Dec. 6, 2012 at 10:03 AM ET
If the hassle of flying over Thanksgiving is seared in your brain and you're not feeling festive for December holiday travels, you are not alone. From unruly kids on planes to noisy neighbors at hotels, travelers face all sorts of dilemmas that test their limits.
Travel + Leisure editors offer some advice for how to be nice, polite and keep your cool.
Q: What do you do when there is a shared armrest on your flight?
A: Airplane etiquette says that the middle-seat passenger has rights to both inner armrests. If you think about it, it makes sense – aisle and window passengers are guaranteed at least one armrest.
Q: How do you handle noisy hotel room neighbors?
A: Don’t knock on their door and ask them to quiet down. Call the manager on duty. You want the hotel to be involved early on in case the culprit is uncooperative. And, don’t expect your neighbors to be moved – if you want quiet, you can request to be moved to another room.
Q: If your taxi driver is reckless, what’s the best course of action, and do you need to pay him/her?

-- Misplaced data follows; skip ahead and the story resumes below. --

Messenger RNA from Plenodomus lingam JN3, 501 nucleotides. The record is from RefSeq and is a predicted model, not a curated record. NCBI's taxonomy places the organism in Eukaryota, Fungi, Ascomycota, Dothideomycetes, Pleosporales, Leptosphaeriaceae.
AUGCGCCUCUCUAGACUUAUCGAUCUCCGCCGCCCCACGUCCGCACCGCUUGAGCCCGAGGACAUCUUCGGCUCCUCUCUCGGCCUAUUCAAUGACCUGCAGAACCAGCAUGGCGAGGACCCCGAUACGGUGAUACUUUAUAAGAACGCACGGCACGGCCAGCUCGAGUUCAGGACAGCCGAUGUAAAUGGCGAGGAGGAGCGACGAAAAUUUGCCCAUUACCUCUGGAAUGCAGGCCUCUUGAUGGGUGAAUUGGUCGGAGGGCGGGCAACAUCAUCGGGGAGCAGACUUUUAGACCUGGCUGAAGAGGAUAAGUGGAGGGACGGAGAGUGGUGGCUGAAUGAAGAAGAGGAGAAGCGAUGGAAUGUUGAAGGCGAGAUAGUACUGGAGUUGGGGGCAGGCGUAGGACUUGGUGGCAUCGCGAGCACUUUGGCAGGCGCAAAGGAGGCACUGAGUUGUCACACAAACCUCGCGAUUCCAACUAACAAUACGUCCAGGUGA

A: Don’t stay in the cab if you feel unsafe. Ask your driver to pull over. Pay the fare, but tipping is optional. You’ll also want to get the taxi or medallion number to report this unsafe driver.
Q: What if you don’t like your wine at a restaurant? Is it OK to send it back even if it is fine wine, but not to your taste?
A: Speak up, and explain why you don’t like it. But, don’t judge too early – keep in mind that sometimes wine needs time to open up.
Q: What do you do if you’re stuck in a seat by noisy children or kids kicking the back of your chair?
A: Assess the situation. If the parent is clearly working to fix the situation, then hopefully things will improve. If the parents aren’t doing anything, you might politely say to the parent something like, “I know they’re kids and I understand it isn’t easy, but if there’s anything you can do to keep the noise level/kicking down, I would really appreciate it.” If you’re on a plane and you’re not comfortable saying something directly, you can see if a flight attendant can assist.
Q: Should you go first when entering a revolving door?
A: It may seem counterintuitive, but you should go first. Since the door requires some pushing, it is polite to go first and give the door a push to help along the next person.
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